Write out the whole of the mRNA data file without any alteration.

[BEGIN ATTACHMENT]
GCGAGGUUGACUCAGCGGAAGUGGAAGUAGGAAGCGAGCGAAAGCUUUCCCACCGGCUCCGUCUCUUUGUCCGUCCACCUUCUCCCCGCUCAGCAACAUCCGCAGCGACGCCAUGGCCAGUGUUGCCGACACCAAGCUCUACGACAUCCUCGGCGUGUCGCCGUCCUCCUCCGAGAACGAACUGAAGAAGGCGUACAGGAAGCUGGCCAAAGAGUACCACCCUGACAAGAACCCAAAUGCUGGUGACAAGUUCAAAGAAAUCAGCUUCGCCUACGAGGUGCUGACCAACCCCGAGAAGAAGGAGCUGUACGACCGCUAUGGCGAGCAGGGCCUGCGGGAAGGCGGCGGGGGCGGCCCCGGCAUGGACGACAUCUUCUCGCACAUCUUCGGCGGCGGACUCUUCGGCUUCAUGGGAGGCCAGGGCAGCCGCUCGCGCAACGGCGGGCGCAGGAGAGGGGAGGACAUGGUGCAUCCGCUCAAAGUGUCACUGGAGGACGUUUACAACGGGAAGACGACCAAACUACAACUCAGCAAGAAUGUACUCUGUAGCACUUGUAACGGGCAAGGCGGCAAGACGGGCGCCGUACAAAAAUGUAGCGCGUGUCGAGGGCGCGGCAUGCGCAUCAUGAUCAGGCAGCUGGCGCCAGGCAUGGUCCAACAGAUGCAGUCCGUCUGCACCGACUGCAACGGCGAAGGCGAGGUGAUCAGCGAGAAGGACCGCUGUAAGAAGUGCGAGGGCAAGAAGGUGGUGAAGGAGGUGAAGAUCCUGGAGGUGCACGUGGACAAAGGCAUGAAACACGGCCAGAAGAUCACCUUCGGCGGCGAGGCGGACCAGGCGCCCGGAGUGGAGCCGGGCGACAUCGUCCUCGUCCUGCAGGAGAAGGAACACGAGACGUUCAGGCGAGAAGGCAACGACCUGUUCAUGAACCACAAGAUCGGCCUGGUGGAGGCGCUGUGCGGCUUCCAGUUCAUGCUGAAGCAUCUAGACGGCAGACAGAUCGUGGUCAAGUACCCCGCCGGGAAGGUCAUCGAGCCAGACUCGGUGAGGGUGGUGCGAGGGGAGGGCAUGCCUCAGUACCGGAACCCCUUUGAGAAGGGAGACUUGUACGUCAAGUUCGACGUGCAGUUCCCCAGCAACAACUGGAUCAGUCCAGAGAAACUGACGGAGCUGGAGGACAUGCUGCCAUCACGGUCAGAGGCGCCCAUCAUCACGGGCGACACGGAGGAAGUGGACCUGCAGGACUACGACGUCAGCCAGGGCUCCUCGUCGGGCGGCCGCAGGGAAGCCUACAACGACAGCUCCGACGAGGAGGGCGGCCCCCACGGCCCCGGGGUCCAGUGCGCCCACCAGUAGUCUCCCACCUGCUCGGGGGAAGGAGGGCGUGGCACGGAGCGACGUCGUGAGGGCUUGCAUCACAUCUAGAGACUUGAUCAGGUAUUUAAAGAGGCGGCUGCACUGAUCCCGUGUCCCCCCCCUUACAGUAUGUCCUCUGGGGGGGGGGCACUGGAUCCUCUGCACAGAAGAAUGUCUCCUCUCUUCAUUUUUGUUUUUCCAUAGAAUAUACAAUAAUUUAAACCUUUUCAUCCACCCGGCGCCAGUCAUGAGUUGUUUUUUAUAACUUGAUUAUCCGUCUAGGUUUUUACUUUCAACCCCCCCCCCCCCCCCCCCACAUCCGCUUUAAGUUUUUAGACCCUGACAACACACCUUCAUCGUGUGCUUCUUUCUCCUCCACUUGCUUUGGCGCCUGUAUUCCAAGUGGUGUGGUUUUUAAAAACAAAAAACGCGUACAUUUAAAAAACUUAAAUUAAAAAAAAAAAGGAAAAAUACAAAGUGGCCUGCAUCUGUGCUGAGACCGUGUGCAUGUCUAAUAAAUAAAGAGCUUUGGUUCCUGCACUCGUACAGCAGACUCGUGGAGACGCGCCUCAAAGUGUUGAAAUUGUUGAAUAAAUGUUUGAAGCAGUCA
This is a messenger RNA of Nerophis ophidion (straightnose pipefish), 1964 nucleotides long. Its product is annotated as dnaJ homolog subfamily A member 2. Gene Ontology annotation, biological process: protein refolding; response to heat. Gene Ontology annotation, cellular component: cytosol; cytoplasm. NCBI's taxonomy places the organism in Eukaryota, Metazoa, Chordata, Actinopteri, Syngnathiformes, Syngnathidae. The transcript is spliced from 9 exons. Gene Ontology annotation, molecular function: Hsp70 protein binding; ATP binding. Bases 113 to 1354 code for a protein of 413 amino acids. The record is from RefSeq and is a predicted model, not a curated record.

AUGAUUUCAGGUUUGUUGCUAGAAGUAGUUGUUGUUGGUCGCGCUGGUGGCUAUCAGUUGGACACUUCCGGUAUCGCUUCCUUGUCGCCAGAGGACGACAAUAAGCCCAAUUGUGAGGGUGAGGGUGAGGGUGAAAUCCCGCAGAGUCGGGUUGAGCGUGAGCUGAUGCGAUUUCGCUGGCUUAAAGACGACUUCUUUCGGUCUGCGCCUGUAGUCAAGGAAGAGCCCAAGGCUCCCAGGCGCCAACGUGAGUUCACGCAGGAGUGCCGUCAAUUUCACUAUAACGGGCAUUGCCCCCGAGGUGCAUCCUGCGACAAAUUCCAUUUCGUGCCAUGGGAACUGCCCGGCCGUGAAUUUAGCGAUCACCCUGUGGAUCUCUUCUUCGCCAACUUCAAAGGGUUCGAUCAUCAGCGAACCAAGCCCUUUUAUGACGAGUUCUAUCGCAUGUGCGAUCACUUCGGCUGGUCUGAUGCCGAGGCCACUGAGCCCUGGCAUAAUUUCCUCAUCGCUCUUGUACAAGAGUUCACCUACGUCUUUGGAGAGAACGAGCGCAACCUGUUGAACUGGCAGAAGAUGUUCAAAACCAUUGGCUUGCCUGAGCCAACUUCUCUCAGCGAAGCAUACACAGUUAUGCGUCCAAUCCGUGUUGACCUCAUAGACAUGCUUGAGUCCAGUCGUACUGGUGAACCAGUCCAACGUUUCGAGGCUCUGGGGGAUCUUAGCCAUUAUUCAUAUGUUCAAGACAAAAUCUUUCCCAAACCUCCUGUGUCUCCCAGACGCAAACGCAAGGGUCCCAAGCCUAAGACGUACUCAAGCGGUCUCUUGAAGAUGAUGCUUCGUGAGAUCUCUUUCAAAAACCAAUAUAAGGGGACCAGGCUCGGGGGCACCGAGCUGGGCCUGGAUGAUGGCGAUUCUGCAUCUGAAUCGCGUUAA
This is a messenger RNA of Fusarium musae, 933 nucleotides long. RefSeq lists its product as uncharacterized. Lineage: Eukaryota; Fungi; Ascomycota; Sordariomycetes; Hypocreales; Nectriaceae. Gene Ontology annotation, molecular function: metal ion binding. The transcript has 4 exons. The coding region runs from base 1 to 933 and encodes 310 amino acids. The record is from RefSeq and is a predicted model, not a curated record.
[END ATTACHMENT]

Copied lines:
GCGAGGUUGACUCAGCGGAAGUGGAAGUAGGAAGCGAGCGAAAGCUUUCCCACCGGCUCCGUCUCUUUGUCCGUCCACCUUCUCCCCGCUCAGCAACAUCCGCAGCGACGCCAUGGCCAGUGUUGCCGACACCAAGCUCUACGACAUCCUCGGCGUGUCGCCGUCCUCCUCCGAGAACGAACUGAAGAAGGCGUACAGGAAGCUGGCCAAAGAGUACCACCCUGACAAGAACCCAAAUGCUGGUGACAAGUUCAAAGAAAUCAGCUUCGCCUACGAGGUGCUGACCAACCCCGAGAAGAAGGAGCUGUACGACCGCUAUGGCGAGCAGGGCCUGCGGGAAGGCGGCGGGGGCGGCCCCGGCAUGGACGACAUCUUCUCGCACAUCUUCGGCGGCGGACUCUUCGGCUUCAUGGGAGGCCAGGGCAGCCGCUCGCGCAACGGCGGGCGCAGGAGAGGGGAGGACAUGGUGCAUCCGCUCAAAGUGUCACUGGAGGACGUUUACAACGGGAAGACGACCAAACUACAACUCAGCAAGAAUGUACUCUGUAGCACUUGUAACGGGCAAGGCGGCAAGACGGGCGCCGUACAAAAAUGUAGCGCGUGUCGAGGGCGCGGCAUGCGCAUCAUGAUCAGGCAGCUGGCGCCAGGCAUGGUCCAACAGAUGCAGUCCGUCUGCACCGACUGCAACGGCGAAGGCGAGGUGAUCAGCGAGAAGGACCGCUGUAAGAAGUGCGAGGGCAAGAAGGUGGUGAAGGAGGUGAAGAUCCUGGAGGUGCACGUGGACAAAGGCAUGAAACACGGCCAGAAGAUCACCUUCGGCGGCGAGGCGGACCAGGCGCCCGGAGUGGAGCCGGGCGACAUCGUCCUCGUCCUGCAGGAGAAGGAACACGAGACGUUCAGGCGAGAAGGCAACGACCUGUUCAUGAACCACAAGAUCGGCCUGGUGGAGGCGCUGUGCGGCUUCCAGUUCAUGCUGAAGCAUCUAGACGGCAGACAGAUCGUGGUCAAGUACCCCGCCGGGAAGGUCAUCGAGCCAGACUCGGUGAGGGUGGUGCGAGGGGAGGGCAUGCCUCAGUACCGGAACCCCUUUGAGAAGGGAGACUUGUACGUCAAGUUCGACGUGCAGUUCCCCAGCAACAACUGGAUCAGUCCAGAGAAACUGACGGAGCUGGAGGACAUGCUGCCAUCACGGUCAGAGGCGCCCAUCAUCACGGGCGACACGGAGGAAGUGGACCUGCAGGACUACGACGUCAGCCAGGGCUCCUCGUCGGGCGGCCGCAGGGAAGCCUACAACGACAGCUCCGACGAGGAGGGCGGCCCCCACGGCCCCGGGGUCCAGUGCGCCCACCAGUAGUCUCCCACCUGCUCGGGGGAAGGAGGGCGUGGCACGGAGCGACGUCGUGAGGGCUUGCAUCACAUCUAGAGACUUGAUCAGGUAUUUAAAGAGGCGGCUGCACUGAUCCCGUGUCCCCCCCCUUACAGUAUGUCCUCUGGGGGGGGGGCACUGGAUCCUCUGCACAGAAGAAUGUCUCCUCUCUUCAUUUUUGUUUUUCCAUAGAAUAUACAAUAAUUUAAACCUUUUCAUCCACCCGGCGCCAGUCAUGAGUUGUUUUUUAUAACUUGAUUAUCCGUCUAGGUUUUUACUUUCAACCCCCCCCCCCCCCCCCCCACAUCCGCUUUAAGUUUUUAGACCCUGACAACACACCUUCAUCGUGUGCUUCUUUCUCCUCCACUUGCUUUGGCGCCUGUAUUCCAAGUGGUGUGGUUUUUAAAAACAAAAAACGCGUACAUUUAAAAAACUUAAAUUAAAAAAAAAAAGGAAAAAUACAAAGUGGCCUGCAUCUGUGCUGAGACCGUGUGCAUGUCUAAUAAAUAAAGAGCUUUGGUUCCUGCACUCGUACAGCAGACUCGUGGAGACGCGCCUCAAAGUGUUGAAAUUGUUGAAUAAAUGUUUGAAGCAGUCA
This is a messenger RNA of Nerophis ophidion (straightnose pipefish), 1964 nucleotides long. Its product is annotated as dnaJ homolog subfamily A member 2. Gene Ontology annotation, biological process: protein refolding; response to heat. Gene Ontology annotation, cellular component: cytosol; cytoplasm. NCBI's taxonomy places the organism in Eukaryota, Metazoa, Chordata, Actinopteri, Syngnathiformes, Syngnathidae. The transcript is spliced from 9 exons. Gene Ontology annotation, molecular function: Hsp70 protein binding; ATP binding. Bases 113 to 1354 code for a protein of 413 amino acids. The record is from RefSeq and is a predicted model, not a curated record.

AUGAUUUCAGGUUUGUUGCUAGAAGUAGUUGUUGUUGGUCGCGCUGGUGGCUAUCAGUUGGACACUUCCGGUAUCGCUUCCUUGUCGCCAGAGGACGACAAUAAGCCCAAUUGUGAGGGUGAGGGUGAGGGUGAAAUCCCGCAGAGUCGGGUUGAGCGUGAGCUGAUGCGAUUUCGCUGGCUUAAAGACGACUUCUUUCGGUCUGCGCCUGUAGUCAAGGAAGAGCCCAAGGCUCCCAGGCGCCAACGUGAGUUCACGCAGGAGUGCCGUCAAUUUCACUAUAACGGGCAUUGCCCCCGAGGUGCAUCCUGCGACAAAUUCCAUUUCGUGCCAUGGGAACUGCCCGGCCGUGAAUUUAGCGAUCACCCUGUGGAUCUCUUCUUCGCCAACUUCAAAGGGUUCGAUCAUCAGCGAACCAAGCCCUUUUAUGACGAGUUCUAUCGCAUGUGCGAUCACUUCGGCUGGUCUGAUGCCGAGGCCACUGAGCCCUGGCAUAAUUUCCUCAUCGCUCUUGUACAAGAGUUCACCUACGUCUUUGGAGAGAACGAGCGCAACCUGUUGAACUGGCAGAAGAUGUUCAAAACCAUUGGCUUGCCUGAGCCAACUUCUCUCAGCGAAGCAUACACAGUUAUGCGUCCAAUCCGUGUUGACCUCAUAGACAUGCUUGAGUCCAGUCGUACUGGUGAACCAGUCCAACGUUUCGAGGCUCUGGGGGAUCUUAGCCAUUAUUCAUAUGUUCAAGACAAAAUCUUUCCCAAACCUCCUGUGUCUCCCAGACGCAAACGCAAGGGUCCCAAGCCUAAGACGUACUCAAGCGGUCUCUUGAAGAUGAUGCUUCGUGAGAUCUCUUUCAAAAACCAAUAUAAGGGGACCAGGCUCGGGGGCACCGAGCUGGGCCUGGAUGAUGGCGAUUCUGCAUCUGAAUCGCGUUAA
This is a messenger RNA of Fusarium musae, 933 nucleotides long. RefSeq lists its product as uncharacterized. Lineage: Eukaryota; Fungi; Ascomycota; Sordariomycetes; Hypocreales; Nectriaceae. Gene Ontology annotation, molecular function: metal ion binding. The transcript has 4 exons. The coding region runs from base 1 to 933 and encodes 310 amino acids. The record is from RefSeq and is a predicted model, not a curated record.